These days Chan keeps busy promoting British Columbia’s fishing (see “Deep Water Anxiety,” Summer 2016). You’ll see his efforts at trade and consumer shows, where he performs spokesman’s duties for the Society, and on TV, where he often cohosts fishing shows. If you Google his name with the tag “fly fishing,” you’ll get numerous results. In addition, Chan is a skilled and widely read author and the host of numerous DVDs explaining the nuances of fishing chironomids and other patterns on the province’s inland lakes. He is also a licensed guide and spends much of his year introducing new anglers to the sport or teaching the old guard fresh tricks. Those efforts haven’t gone unnoticed. Chan is held in high regard by his peers.

“He never wants the limelight, and he’s very humble,” said Mike Mitchell, host of “BC Outdoors Sport Fishing,” a TV program that often features Chan as a guest. “But he’s the heart and soul of BC lake fishing. And no matter where he is or what he’s doing, he always has time to talk to people and answer their questions.”

Over the years Chan has developed countless stillwater patterns that are now standards on interior lakes, including the Ruby-Eyed Leech and multiple chironomid imitations. He also has developed specialized fly-line systems for RIO.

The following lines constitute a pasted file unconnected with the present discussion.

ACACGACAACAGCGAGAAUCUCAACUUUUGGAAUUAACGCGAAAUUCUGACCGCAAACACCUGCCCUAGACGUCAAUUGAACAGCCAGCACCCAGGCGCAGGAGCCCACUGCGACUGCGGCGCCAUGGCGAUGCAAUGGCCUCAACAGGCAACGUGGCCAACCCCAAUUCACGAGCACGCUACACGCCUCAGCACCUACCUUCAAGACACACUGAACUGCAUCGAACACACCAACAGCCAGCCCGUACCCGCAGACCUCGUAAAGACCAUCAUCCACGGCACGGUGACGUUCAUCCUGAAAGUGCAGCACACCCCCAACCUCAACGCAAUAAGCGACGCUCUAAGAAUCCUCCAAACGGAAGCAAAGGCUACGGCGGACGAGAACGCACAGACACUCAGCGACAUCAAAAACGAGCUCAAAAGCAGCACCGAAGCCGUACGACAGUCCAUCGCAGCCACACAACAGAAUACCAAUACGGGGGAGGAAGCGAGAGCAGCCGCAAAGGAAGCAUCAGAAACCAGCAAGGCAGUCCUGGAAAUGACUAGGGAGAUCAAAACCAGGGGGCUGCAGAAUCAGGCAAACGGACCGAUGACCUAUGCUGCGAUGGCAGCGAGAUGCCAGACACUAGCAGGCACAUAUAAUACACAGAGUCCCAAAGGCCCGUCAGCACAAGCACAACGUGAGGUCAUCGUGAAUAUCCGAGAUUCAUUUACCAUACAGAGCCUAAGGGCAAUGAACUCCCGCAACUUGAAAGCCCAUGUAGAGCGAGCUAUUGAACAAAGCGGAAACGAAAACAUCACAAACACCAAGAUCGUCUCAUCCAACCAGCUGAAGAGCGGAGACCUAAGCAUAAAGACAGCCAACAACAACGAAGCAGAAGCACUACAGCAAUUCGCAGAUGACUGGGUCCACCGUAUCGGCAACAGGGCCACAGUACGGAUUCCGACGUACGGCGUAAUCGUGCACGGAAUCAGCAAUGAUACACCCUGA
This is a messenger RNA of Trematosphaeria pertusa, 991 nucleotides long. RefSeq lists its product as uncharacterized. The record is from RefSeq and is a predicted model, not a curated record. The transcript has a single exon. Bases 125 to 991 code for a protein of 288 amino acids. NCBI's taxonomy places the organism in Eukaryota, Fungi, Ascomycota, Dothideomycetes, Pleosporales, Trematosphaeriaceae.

According to Simon Gawesworth, RIO’s brand manager, “With Brian’s extensive skills, passion and experience in stillwater-fishing techniques, it was a pretty obvious choice to ask him to help create, develop and test some of our core lake products.”

Even those who hardly know Chan attest to his contributions to our sport. Kelly Galloup, an admitted “fish freak” who targets large trout on moving waters and stillwaters, is one of them. “I don’t know Brian well,” Galloup said, “but I’ve admired his work for decades. It’s safe to say that he and Phil Rowley shaped many of my lake-fishing theories and techniques, and that has had a big influence on the way I look at my lake patterns. Brian has had a major influence on the stillwater scene and continues to influence nearly anyone who fishes stillwaters. What separates Brian from many so-called experts is that he fishes a lot, and his patterns and techniques are born on the water.”